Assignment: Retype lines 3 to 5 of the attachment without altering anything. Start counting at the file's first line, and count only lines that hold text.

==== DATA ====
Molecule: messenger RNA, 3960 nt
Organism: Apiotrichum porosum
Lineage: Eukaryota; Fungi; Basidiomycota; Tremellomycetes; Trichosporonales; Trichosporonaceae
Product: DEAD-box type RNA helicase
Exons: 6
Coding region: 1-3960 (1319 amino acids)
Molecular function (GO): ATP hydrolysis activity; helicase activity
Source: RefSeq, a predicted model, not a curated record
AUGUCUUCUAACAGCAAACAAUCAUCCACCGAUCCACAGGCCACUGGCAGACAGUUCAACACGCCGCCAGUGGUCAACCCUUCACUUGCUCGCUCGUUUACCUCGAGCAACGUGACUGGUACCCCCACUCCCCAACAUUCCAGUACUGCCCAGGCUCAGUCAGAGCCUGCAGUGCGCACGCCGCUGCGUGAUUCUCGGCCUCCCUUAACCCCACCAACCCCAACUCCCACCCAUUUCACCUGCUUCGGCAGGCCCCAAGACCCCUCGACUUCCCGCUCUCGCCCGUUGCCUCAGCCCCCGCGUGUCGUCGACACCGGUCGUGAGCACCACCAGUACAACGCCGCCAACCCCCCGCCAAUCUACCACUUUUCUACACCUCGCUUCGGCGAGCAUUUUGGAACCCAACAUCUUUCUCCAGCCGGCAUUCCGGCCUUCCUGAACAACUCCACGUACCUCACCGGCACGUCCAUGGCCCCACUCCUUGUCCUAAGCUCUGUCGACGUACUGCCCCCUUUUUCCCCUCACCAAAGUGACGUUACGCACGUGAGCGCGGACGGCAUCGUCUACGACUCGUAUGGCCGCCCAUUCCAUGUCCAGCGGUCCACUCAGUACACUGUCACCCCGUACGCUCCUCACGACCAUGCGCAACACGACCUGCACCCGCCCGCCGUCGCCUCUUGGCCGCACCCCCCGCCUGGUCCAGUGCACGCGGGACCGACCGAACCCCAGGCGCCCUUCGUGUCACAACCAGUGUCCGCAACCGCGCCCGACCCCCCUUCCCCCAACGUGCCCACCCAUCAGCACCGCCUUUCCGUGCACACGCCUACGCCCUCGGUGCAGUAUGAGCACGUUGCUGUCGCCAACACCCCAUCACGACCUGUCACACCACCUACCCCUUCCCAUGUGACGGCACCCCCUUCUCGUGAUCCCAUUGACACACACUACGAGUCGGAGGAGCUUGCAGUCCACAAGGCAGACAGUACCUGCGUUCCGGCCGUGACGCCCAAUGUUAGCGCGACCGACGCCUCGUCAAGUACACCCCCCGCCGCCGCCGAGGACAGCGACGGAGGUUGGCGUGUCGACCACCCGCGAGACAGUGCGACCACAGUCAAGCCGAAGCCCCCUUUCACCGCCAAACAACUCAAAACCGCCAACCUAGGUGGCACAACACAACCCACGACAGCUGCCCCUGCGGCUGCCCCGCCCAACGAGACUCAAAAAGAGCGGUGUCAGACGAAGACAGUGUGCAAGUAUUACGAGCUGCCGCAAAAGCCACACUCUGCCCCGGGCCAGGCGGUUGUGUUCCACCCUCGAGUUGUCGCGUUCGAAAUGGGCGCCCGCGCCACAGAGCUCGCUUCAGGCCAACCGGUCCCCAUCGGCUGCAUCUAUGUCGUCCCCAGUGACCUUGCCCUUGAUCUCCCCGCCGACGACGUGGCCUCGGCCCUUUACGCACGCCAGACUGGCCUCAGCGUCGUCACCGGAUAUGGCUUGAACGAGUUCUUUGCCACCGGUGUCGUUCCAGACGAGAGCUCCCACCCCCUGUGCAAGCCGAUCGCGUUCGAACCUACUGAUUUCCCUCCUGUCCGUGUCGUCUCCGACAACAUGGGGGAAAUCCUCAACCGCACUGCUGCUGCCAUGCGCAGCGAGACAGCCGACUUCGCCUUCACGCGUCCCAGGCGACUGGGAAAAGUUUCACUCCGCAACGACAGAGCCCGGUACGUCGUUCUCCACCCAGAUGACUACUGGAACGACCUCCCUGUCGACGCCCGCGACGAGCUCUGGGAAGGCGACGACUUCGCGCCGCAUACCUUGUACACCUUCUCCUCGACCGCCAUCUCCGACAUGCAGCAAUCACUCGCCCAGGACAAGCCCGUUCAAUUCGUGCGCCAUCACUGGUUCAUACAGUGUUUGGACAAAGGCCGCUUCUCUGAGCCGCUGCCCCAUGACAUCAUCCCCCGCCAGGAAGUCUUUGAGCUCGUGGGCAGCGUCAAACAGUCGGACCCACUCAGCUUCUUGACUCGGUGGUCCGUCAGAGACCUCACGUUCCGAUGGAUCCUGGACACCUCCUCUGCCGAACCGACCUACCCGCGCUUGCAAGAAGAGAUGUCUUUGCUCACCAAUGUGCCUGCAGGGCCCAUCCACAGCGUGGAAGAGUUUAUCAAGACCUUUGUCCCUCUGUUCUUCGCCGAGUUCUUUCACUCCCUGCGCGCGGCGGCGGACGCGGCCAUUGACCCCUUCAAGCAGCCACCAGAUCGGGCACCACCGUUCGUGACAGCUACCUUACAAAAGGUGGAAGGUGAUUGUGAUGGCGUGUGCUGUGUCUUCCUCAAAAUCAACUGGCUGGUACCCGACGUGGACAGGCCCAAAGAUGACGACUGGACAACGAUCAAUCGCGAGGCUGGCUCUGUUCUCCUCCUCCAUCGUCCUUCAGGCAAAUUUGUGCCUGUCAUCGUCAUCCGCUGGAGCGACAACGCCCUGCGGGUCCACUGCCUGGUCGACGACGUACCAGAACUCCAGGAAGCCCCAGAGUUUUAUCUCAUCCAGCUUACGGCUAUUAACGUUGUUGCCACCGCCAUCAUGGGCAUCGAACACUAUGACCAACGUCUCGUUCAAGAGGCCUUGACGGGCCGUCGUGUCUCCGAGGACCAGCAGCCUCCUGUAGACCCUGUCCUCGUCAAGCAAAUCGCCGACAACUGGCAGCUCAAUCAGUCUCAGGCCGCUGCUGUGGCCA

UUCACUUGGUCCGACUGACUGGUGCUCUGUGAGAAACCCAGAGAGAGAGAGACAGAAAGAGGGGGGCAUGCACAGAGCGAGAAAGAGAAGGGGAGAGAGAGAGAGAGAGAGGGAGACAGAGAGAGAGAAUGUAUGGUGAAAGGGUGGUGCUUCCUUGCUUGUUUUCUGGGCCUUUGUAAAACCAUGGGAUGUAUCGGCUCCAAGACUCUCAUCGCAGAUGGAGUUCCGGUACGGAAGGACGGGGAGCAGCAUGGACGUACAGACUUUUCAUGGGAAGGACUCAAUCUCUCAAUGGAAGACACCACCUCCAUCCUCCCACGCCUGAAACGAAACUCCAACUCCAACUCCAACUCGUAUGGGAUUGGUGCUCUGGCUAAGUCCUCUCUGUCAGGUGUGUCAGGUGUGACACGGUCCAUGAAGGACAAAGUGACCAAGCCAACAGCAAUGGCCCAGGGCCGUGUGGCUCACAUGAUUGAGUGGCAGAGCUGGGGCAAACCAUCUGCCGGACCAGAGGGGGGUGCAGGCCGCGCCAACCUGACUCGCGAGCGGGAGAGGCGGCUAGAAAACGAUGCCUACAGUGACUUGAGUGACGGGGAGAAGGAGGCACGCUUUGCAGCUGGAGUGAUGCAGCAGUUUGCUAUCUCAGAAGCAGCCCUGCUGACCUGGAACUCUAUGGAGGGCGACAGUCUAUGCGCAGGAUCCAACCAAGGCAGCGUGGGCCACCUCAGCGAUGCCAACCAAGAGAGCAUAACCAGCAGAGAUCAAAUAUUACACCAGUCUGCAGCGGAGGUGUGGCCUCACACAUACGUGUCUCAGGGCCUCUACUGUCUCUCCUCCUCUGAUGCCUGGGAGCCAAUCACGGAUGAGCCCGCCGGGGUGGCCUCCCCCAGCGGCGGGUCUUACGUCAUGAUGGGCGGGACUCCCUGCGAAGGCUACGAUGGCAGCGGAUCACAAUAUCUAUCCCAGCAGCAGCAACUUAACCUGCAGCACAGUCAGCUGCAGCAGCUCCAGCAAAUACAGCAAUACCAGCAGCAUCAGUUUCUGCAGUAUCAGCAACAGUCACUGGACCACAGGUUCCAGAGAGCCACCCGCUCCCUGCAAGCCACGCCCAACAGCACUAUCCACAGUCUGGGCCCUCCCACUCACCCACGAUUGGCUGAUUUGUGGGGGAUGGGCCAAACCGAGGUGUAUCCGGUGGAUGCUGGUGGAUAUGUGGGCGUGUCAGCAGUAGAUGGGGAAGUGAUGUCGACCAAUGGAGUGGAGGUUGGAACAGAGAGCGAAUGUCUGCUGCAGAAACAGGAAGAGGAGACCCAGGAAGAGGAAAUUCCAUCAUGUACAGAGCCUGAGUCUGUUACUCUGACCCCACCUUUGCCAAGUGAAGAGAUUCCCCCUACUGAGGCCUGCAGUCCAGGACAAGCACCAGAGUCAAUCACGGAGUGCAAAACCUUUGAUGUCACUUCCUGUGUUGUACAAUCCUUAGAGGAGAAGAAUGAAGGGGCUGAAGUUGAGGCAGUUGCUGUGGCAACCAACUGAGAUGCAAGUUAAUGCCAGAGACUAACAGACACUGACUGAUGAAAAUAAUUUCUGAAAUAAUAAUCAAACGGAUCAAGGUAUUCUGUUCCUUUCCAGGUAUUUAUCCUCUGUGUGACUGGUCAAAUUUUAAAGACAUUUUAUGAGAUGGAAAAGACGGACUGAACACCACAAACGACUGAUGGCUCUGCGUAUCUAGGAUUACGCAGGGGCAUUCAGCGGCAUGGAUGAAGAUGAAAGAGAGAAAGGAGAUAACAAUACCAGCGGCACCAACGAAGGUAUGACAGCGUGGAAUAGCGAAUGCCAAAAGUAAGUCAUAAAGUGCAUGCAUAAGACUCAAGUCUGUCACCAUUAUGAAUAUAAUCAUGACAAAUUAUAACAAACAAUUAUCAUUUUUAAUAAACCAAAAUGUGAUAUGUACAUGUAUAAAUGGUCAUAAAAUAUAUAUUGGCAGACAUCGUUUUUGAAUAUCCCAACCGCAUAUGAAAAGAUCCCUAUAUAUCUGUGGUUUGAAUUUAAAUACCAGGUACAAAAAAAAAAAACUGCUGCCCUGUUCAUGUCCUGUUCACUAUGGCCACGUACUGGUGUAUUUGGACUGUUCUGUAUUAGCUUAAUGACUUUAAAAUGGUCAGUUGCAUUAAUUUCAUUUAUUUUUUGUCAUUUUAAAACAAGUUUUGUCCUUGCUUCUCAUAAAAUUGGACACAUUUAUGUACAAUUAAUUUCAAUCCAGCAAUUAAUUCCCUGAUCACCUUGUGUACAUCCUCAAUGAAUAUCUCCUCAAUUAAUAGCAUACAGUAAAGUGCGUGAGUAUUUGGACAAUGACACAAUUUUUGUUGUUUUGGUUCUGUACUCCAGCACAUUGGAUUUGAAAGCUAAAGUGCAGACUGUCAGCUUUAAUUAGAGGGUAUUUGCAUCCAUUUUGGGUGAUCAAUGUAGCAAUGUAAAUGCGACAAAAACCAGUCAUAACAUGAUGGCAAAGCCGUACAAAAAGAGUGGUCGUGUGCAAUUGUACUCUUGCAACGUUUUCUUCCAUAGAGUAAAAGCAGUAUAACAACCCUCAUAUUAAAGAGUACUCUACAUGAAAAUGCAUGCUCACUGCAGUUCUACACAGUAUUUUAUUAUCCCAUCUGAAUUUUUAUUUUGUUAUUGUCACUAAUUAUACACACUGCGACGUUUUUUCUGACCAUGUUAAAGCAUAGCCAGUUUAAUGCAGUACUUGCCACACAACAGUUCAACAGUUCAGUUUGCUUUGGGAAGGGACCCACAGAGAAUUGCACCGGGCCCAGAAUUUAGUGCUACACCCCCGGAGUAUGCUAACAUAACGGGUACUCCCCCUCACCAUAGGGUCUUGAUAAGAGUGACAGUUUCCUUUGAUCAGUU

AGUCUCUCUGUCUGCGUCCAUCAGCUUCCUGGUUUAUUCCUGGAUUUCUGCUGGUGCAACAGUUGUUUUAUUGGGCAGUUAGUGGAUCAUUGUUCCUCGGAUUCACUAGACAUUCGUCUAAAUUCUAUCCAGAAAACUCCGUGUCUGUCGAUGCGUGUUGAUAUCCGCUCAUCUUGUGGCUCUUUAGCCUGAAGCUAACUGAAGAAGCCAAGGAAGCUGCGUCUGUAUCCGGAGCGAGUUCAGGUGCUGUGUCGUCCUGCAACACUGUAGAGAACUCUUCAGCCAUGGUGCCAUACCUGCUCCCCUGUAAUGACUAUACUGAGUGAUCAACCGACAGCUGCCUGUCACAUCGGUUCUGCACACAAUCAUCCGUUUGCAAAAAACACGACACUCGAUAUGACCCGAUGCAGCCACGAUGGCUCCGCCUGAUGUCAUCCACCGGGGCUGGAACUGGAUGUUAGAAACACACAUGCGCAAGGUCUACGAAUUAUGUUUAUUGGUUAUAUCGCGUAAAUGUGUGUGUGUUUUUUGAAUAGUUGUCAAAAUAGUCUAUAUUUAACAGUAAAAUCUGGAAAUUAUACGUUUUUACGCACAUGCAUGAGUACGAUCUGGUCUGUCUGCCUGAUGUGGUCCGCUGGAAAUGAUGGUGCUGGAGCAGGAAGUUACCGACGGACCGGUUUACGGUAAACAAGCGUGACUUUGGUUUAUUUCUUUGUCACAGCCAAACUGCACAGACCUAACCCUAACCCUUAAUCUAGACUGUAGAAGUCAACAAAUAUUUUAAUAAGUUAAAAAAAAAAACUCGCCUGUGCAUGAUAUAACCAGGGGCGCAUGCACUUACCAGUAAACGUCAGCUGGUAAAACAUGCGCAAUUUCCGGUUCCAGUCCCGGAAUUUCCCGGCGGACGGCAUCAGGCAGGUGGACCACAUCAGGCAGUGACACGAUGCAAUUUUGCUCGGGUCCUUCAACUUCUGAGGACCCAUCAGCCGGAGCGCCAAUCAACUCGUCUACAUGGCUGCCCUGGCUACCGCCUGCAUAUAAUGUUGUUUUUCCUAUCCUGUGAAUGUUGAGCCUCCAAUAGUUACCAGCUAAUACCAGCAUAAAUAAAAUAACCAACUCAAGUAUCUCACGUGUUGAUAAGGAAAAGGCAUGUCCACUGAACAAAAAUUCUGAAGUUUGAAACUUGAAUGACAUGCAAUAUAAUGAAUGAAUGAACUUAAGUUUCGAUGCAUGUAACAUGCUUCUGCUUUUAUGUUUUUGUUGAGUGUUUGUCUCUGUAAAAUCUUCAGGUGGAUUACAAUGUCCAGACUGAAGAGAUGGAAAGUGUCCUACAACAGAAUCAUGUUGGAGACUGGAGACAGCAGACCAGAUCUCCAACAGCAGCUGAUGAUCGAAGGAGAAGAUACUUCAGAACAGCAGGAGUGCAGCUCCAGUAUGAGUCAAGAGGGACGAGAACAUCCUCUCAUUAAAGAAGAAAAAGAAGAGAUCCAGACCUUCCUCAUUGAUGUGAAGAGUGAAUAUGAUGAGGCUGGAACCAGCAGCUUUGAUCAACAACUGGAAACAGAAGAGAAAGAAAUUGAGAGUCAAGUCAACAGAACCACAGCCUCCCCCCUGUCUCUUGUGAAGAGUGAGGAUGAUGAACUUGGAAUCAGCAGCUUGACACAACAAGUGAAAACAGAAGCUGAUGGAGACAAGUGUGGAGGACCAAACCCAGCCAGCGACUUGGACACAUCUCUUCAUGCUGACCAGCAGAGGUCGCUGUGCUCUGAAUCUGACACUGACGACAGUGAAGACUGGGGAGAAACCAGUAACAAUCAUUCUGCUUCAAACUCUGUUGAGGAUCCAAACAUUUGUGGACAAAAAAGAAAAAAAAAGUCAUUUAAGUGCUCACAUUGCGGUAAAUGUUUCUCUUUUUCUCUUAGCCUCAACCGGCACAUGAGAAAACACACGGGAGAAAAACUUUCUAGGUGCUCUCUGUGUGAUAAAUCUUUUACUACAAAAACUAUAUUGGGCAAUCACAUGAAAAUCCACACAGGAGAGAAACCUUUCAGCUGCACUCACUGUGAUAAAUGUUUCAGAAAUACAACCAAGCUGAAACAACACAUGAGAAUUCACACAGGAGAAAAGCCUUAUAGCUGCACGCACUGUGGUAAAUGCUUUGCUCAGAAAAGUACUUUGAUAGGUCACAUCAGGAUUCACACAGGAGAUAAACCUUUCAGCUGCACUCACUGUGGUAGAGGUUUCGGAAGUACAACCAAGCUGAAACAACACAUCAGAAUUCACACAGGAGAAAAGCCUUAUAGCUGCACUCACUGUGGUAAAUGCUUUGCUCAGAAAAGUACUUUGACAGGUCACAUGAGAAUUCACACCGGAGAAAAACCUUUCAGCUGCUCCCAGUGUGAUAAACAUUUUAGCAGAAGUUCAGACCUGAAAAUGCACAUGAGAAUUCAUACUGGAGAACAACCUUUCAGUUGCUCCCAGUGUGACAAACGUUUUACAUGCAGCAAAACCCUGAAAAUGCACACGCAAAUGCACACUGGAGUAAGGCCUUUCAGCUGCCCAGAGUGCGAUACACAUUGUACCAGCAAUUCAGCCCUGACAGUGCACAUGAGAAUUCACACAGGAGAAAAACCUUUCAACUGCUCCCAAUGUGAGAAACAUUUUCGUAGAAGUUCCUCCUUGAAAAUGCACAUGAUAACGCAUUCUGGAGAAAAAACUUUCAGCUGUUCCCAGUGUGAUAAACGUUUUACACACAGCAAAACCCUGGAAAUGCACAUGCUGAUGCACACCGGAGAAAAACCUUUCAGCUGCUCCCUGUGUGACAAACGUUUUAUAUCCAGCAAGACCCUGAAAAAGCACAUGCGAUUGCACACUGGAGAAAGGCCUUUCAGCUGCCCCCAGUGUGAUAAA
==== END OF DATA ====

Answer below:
Lineage: Eukaryota; Fungi; Basidiomycota; Tremellomycetes; Trichosporonales; Trichosporonaceae
Product: DEAD-box type RNA helicase
Exons: 6